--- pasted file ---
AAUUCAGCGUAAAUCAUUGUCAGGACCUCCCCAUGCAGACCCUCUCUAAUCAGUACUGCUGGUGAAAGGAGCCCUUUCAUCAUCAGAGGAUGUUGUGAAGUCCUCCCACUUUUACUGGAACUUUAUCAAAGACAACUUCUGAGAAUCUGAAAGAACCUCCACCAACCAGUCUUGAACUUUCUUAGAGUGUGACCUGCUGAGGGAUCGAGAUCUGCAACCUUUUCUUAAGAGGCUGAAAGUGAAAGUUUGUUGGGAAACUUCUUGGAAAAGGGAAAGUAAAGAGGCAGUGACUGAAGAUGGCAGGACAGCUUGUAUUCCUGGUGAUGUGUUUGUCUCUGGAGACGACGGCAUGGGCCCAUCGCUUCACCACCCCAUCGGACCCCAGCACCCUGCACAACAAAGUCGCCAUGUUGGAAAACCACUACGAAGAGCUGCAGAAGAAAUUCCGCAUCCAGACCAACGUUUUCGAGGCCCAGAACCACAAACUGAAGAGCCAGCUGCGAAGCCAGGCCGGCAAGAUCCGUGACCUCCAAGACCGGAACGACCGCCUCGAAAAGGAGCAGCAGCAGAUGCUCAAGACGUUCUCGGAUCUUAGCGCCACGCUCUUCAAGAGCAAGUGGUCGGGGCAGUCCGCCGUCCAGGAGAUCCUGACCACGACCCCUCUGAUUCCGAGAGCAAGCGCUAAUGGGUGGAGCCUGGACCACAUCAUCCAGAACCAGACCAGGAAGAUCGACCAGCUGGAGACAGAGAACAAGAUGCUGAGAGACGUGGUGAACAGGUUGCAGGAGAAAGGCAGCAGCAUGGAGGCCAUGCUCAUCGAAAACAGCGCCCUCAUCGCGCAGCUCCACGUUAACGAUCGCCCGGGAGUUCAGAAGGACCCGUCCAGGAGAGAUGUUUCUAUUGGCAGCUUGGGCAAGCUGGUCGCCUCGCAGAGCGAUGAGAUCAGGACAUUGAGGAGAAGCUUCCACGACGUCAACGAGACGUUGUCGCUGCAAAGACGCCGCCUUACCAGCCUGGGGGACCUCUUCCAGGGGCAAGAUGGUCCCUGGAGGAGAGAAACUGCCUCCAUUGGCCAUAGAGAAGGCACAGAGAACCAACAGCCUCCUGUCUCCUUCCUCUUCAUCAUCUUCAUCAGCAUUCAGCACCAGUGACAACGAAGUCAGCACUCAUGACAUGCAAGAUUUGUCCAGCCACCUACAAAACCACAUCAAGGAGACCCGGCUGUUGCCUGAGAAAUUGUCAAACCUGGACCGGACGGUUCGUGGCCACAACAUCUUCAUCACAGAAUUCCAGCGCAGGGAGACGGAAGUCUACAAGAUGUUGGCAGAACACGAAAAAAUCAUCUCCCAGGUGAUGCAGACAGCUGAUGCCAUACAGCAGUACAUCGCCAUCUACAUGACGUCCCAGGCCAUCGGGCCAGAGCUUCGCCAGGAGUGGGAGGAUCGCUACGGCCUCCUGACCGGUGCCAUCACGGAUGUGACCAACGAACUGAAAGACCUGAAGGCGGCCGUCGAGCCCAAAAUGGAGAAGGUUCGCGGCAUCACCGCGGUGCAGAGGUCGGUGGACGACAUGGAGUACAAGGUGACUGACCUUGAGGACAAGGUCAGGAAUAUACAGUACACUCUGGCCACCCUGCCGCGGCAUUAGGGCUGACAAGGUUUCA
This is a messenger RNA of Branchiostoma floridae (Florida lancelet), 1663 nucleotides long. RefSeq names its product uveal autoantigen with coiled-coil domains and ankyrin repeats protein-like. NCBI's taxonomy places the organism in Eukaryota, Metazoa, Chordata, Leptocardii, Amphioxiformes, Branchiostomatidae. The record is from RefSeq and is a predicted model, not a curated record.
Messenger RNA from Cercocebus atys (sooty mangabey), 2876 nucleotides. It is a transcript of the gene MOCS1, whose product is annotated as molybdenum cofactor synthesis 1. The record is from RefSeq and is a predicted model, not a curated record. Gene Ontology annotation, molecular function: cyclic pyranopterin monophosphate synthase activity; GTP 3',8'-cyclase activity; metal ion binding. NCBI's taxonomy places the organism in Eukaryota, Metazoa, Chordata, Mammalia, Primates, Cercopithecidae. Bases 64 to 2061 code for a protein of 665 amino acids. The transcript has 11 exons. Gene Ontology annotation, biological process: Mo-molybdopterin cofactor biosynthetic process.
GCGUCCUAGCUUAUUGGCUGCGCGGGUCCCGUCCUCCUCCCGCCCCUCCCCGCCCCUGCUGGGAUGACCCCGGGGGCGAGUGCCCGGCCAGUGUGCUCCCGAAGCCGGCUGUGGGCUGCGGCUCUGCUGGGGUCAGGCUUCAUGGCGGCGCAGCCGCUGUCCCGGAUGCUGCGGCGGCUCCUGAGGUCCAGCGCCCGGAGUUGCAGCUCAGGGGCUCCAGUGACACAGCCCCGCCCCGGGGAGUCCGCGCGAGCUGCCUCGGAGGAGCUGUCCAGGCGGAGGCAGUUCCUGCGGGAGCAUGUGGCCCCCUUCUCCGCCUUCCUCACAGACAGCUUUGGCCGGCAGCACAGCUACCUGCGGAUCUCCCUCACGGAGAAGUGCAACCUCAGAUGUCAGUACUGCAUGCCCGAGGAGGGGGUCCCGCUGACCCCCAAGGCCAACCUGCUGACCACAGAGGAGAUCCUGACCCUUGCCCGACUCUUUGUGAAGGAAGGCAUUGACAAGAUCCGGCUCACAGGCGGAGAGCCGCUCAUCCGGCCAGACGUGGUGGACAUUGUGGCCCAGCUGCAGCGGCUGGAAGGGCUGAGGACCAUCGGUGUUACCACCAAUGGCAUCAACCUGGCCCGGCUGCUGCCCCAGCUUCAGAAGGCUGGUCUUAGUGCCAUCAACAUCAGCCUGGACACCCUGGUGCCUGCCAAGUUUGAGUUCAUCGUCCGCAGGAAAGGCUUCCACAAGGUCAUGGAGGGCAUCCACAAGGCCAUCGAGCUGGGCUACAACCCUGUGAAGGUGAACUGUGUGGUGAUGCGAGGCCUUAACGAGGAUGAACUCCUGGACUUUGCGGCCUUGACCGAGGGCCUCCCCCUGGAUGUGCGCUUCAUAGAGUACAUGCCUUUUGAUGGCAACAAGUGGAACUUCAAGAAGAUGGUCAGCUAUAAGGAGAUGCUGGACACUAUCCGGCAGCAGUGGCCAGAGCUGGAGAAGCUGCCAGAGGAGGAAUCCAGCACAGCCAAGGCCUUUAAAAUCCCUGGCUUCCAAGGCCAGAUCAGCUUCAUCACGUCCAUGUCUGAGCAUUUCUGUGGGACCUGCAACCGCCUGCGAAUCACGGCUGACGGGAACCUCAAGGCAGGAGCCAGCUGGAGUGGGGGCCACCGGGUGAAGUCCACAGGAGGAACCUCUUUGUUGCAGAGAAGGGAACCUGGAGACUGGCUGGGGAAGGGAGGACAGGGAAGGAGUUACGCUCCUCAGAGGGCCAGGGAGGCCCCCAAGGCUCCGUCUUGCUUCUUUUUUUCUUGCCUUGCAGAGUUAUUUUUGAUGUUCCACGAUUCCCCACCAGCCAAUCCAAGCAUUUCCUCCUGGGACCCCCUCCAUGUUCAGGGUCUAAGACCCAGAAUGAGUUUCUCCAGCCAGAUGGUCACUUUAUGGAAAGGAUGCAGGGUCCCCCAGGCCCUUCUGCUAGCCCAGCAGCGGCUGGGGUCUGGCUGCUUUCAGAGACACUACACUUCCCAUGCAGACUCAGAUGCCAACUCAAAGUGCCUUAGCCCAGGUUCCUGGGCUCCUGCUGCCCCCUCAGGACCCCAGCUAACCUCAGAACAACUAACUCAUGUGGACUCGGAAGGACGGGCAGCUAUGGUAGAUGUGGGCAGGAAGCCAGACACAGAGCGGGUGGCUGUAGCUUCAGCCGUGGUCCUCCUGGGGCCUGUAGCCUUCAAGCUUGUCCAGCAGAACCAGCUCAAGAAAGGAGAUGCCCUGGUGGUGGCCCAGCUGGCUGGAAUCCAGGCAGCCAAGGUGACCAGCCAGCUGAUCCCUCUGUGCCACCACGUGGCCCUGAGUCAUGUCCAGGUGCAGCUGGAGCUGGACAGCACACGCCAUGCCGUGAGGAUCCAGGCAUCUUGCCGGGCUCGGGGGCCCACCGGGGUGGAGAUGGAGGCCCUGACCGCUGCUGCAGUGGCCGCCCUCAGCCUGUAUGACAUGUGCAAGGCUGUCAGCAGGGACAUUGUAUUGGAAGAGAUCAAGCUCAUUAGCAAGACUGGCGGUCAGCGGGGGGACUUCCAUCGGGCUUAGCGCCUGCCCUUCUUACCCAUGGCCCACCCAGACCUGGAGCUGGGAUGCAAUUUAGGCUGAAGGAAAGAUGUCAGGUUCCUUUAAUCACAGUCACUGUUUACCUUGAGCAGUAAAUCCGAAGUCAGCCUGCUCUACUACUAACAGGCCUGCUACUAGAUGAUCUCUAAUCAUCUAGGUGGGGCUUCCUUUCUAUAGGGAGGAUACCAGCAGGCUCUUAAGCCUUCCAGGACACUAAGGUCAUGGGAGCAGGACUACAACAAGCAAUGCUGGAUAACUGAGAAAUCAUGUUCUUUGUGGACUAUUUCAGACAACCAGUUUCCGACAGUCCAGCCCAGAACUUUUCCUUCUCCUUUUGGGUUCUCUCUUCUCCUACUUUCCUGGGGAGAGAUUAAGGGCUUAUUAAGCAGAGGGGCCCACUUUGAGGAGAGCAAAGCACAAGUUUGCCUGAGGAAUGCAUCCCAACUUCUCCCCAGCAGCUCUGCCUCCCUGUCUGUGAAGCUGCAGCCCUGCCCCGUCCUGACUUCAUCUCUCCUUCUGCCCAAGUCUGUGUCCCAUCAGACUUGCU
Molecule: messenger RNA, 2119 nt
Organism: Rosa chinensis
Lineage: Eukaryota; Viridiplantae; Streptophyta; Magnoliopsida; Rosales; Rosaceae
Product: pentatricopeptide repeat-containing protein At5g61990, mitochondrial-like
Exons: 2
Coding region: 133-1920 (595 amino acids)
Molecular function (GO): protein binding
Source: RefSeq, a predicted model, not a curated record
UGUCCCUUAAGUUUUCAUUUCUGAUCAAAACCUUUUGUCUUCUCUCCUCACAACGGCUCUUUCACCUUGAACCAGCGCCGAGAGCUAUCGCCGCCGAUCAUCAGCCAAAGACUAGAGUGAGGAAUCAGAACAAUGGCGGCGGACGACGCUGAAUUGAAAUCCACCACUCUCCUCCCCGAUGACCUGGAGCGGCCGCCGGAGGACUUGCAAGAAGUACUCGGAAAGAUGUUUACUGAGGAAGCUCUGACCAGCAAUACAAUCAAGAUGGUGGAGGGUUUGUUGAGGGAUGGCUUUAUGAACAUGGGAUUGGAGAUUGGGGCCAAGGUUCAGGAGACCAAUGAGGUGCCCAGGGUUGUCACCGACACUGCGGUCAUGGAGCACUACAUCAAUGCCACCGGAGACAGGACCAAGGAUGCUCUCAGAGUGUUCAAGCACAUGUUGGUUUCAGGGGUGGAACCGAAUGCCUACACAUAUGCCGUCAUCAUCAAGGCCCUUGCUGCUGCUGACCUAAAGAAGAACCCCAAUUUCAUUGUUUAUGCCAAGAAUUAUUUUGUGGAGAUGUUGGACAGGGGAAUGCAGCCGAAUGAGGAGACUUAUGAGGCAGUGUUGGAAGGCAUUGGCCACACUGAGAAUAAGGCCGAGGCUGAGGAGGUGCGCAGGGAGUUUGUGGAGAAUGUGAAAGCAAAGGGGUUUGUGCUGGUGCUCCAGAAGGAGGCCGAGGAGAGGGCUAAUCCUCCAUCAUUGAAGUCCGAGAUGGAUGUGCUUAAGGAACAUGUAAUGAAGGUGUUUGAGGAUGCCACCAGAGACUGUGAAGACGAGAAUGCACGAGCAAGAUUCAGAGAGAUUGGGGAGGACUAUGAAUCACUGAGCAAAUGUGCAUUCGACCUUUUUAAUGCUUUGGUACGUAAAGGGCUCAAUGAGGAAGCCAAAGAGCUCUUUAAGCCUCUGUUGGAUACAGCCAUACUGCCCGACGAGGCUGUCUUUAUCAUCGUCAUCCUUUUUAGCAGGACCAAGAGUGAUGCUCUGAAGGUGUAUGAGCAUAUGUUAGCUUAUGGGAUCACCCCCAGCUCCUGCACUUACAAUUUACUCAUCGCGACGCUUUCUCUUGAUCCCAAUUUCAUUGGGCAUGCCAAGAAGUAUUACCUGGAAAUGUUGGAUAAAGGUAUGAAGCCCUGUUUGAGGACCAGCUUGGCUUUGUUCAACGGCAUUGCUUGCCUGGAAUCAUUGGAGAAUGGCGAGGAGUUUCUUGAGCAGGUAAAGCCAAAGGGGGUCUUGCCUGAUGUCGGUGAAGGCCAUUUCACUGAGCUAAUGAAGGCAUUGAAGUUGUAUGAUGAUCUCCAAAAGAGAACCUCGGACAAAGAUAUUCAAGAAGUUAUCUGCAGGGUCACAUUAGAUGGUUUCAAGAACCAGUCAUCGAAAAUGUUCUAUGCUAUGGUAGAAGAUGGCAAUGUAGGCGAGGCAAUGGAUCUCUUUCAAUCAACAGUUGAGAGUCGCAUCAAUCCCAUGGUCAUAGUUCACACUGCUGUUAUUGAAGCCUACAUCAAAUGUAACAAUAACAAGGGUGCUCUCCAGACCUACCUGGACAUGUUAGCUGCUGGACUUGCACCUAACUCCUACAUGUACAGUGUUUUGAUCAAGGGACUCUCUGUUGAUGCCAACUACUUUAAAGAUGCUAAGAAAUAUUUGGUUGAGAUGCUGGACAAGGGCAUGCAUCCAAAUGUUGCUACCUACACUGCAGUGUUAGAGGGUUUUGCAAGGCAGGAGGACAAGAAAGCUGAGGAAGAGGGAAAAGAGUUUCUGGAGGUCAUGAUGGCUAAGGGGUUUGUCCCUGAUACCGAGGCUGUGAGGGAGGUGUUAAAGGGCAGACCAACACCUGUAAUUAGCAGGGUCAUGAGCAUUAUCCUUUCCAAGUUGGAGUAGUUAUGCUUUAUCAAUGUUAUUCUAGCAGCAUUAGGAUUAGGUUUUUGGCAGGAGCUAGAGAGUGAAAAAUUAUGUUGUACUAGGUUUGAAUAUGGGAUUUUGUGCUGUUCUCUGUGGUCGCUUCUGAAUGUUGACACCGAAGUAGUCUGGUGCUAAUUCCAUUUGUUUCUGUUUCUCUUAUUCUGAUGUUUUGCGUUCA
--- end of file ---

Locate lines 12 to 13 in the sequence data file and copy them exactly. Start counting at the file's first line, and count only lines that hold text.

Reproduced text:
Source: RefSeq, a predicted model, not a curated record
UGUCCCUUAAGUUUUCAUUUCUGAUCAAAACCUUUUGUCUUCUCUCCUCACAACGGCUCUUUCACCUUGAACCAGCGCCGAGAGCUAUCGCCGCCGAUCAUCAGCCAAAGACUAGAGUGAGGAAUCAGAACAAUGGCGGCGGACGACGCUGAAUUGAAAUCCACCACUCUCCUCCCCGAUGACCUGGAGCGGCCGCCGGAGGACUUGCAAGAAGUACUCGGAAAGAUGUUUACUGAGGAAGCUCUGACCAGCAAUACAAUCAAGAUGGUGGAGGGUUUGUUGAGGGAUGGCUUUAUGAACAUGGGAUUGGAGAUUGGGGCCAAGGUUCAGGAGACCAAUGAGGUGCCCAGGGUUGUCACCGACACUGCGGUCAUGGAGCACUACAUCAAUGCCACCGGAGACAGGACCAAGGAUGCUCUCAGAGUGUUCAAGCACAUGUUGGUUUCAGGGGUGGAACCGAAUGCCUACACAUAUGCCGUCAUCAUCAAGGCCCUUGCUGCUGCUGACCUAAAGAAGAACCCCAAUUUCAUUGUUUAUGCCAAGAAUUAUUUUGUGGAGAUGUUGGACAGGGGAAUGCAGCCGAAUGAGGAGACUUAUGAGGCAGUGUUGGAAGGCAUUGGCCACACUGAGAAUAAGGCCGAGGCUGAGGAGGUGCGCAGGGAGUUUGUGGAGAAUGUGAAAGCAAAGGGGUUUGUGCUGGUGCUCCAGAAGGAGGCCGAGGAGAGGGCUAAUCCUCCAUCAUUGAAGUCCGAGAUGGAUGUGCUUAAGGAACAUGUAAUGAAGGUGUUUGAGGAUGCCACCAGAGACUGUGAAGACGAGAAUGCACGAGCAAGAUUCAGAGAGAUUGGGGAGGACUAUGAAUCACUGAGCAAAUGUGCAUUCGACCUUUUUAAUGCUUUGGUACGUAAAGGGCUCAAUGAGGAAGCCAAAGAGCUCUUUAAGCCUCUGUUGGAUACAGCCAUACUGCCCGACGAGGCUGUCUUUAUCAUCGUCAUCCUUUUUAGCAGGACCAAGAGUGAUGCUCUGAAGGUGUAUGAGCAUAUGUUAGCUUAUGGGAUCACCCCCAGCUCCUGCACUUACAAUUUACUCAUCGCGACGCUUUCUCUUGAUCCCAAUUUCAUUGGGCAUGCCAAGAAGUAUUACCUGGAAAUGUUGGAUAAAGGUAUGAAGCCCUGUUUGAGGACCAGCUUGGCUUUGUUCAACGGCAUUGCUUGCCUGGAAUCAUUGGAGAAUGGCGAGGAGUUUCUUGAGCAGGUAAAGCCAAAGGGGGUCUUGCCUGAUGUCGGUGAAGGCCAUUUCACUGAGCUAAUGAAGGCAUUGAAGUUGUAUGAUGAUCUCCAAAAGAGAACCUCGGACAAAGAUAUUCAAGAAGUUAUCUGCAGGGUCACAUUAGAUGGUUUCAAGAACCAGUCAUCGAAAAUGUUCUAUGCUAUGGUAGAAGAUGGCAAUGUAGGCGAGGCAAUGGAUCUCUUUCAAUCAACAGUUGAGAGUCGCAUCAAUCCCAUGGUCAUAGUUCACACUGCUGUUAUUGAAGCCUACAUCAAAUGUAACAAUAACAAGGGUGCUCUCCAGACCUACCUGGACAUGUUAGCUGCUGGACUUGCACCUAACUCCUACAUGUACAGUGUUUUGAUCAAGGGACUCUCUGUUGAUGCCAACUACUUUAAAGAUGCUAAGAAAUAUUUGGUUGAGAUGCUGGACAAGGGCAUGCAUCCAAAUGUUGCUACCUACACUGCAGUGUUAGAGGGUUUUGCAAGGCAGGAGGACAAGAAAGCUGAGGAAGAGGGAAAAGAGUUUCUGGAGGUCAUGAUGGCUAAGGGGUUUGUCCCUGAUACCGAGGCUGUGAGGGAGGUGUUAAAGGGCAGACCAACACCUGUAAUUAGCAGGGUCAUGAGCAUUAUCCUUUCCAAGUUGGAGUAGUUAUGCUUUAUCAAUGUUAUUCUAGCAGCAUUAGGAUUAGGUUUUUGGCAGGAGCUAGAGAGUGAAAAAUUAUGUUGUACUAGGUUUGAAUAUGGGAUUUUGUGCUGUUCUCUGUGGUCGCUUCUGAAUGUUGACACCGAAGUAGUCUGGUGCUAAUUCCAUUUGUUUCUGUUUCUCUUAUUCUGAUGUUUUGCGUUCA